I loved Lev Grossman’s novel The Magicians, reading the entire book (a review copy from the publisher) on a single cross-country flight right when the book came out, for the deft blend of parody of the coming-of-age magic saga subgenre (Harry Potter, LotR, Narnia) with a fantastic, original story. Quentin Coldwater’s journey from alienated youth to magic school to fighting a save-the-world sort of magic battle followed familiar conventions in structure but always took unanticipated turns, and brought us a small group of well-developed, engaging characters to follow through the trilogy.
I disagreed with most of you on the second book, The Magician King, which felt transitional to me and took away some of the magic (the reading sort, not the kind in the books) for me that had me loving the first book. So I held off for a bit on book three, The Magician’s Land, to see if it would redeem the whole series for me or give me another downer note that detracted from the joy I experienced in book one. It gave me much more of the former, another rousing story that again walks away from cliched plot lines, moving the giant fight scene (masterfully written) to the middle of the book and concluding the series on a fitting note that manages to be a victory lap without giving the main character an improbably perfect ending.
When the book begins, Quentin is an outcast, having lost his crown and even his right to live in Fillory, and is recruited to join a mysterious magical heist. We jump back and forth for the first half of the novel, learning how Quentin returned to Brakebills briefly to teach, then lost that position while rescuing a student, also encountering a demon who appears to be after him personally. Meanwhile, in Fillory, the world is quite literally ending, and Eliot and Janet have to set out on a quest to try to save it – but, this being Quentin’s trilogy, really, he’s going to have to help them do it. Grossman turns several conventions of the genre on their heads with the complex resolution, and while he leaves a few strings poorly tied (such as Betsy’s adventure) and we get the unlikely conclusion where no major character dies, he settles the Fillory timeline in a way that makes internal sense while also giving Quentin and some of his friends a sensible ending.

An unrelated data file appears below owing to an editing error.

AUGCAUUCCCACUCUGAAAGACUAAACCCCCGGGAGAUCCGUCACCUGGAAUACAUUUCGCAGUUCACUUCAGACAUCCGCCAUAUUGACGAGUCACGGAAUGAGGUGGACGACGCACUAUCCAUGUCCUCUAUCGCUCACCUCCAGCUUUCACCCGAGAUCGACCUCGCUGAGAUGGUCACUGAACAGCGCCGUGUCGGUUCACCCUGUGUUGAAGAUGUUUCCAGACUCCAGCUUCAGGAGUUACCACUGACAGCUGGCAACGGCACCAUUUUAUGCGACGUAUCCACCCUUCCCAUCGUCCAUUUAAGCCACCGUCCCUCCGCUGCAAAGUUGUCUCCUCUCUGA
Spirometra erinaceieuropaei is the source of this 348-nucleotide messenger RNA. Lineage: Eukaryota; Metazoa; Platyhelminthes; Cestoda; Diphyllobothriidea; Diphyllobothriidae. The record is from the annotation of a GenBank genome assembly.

Aside from the usual references to other classics of the genre – the Russian professor mocking “Dum-blee-dore” and the nod to seven-league boots (found in C.S. Lewis’ and Diana Wynne Jones’ books, among others) were my favorites – Grossman seems to have centered much of this final leg of the trilogy on the relationship between reader and story, and what stories can tell us about us. All three books have sought to undermine the sense of life as story, that our narratives are arranged for us and that life’s plot threads will all be neatly tied together for us. Grossman has to balance between the use of “destiny” in the constructed world of Fillory – constructed by whom, it is never revealed, although we do learn that it is indeed turtles all the way down – and the lack thereof here in the real world of the books; Quentin and friends have to piece together solutions without magical or divine guidance, don’t always get what they want, and face frequent disillusionment when their lives don’t unfurl like the stories they loved. (Grossman also gives us more of the story behind the stories, although nothing could match the revelation about Martin at the end of the first book.)
Where the magicians do benefit from their lives in two worlds is how Fillory specifically and magic in general gives them a second lens through which to see their secular lives. Most YA magic novels are coming-of-age stories where the characters come of age through defeating enemies in the magical realm. The Magicians novels have characters coming of age in both worlds at once, one supporting the other, not always in clean or planned ways. Where Grossman diverts from this path, keeping everyone intact for the end of the series, it makes for a satisfying conclusion because we like most of the characters, but it does shift a little from the thread of realism in the first two books. A few redshirts die this time around, but the core characters get their mostly happy ending. I’m okay with that, just like I didn’t want to see Harry, Ron, or Hermione die (and I’m still bitter about Fred), but it conflicts with the book’s theme about fiction failing to capture the the freedom and chaos of real life.
Next up: I’m way behind on reviews, but I did just begin Joe Haldeman’s The Forever War today.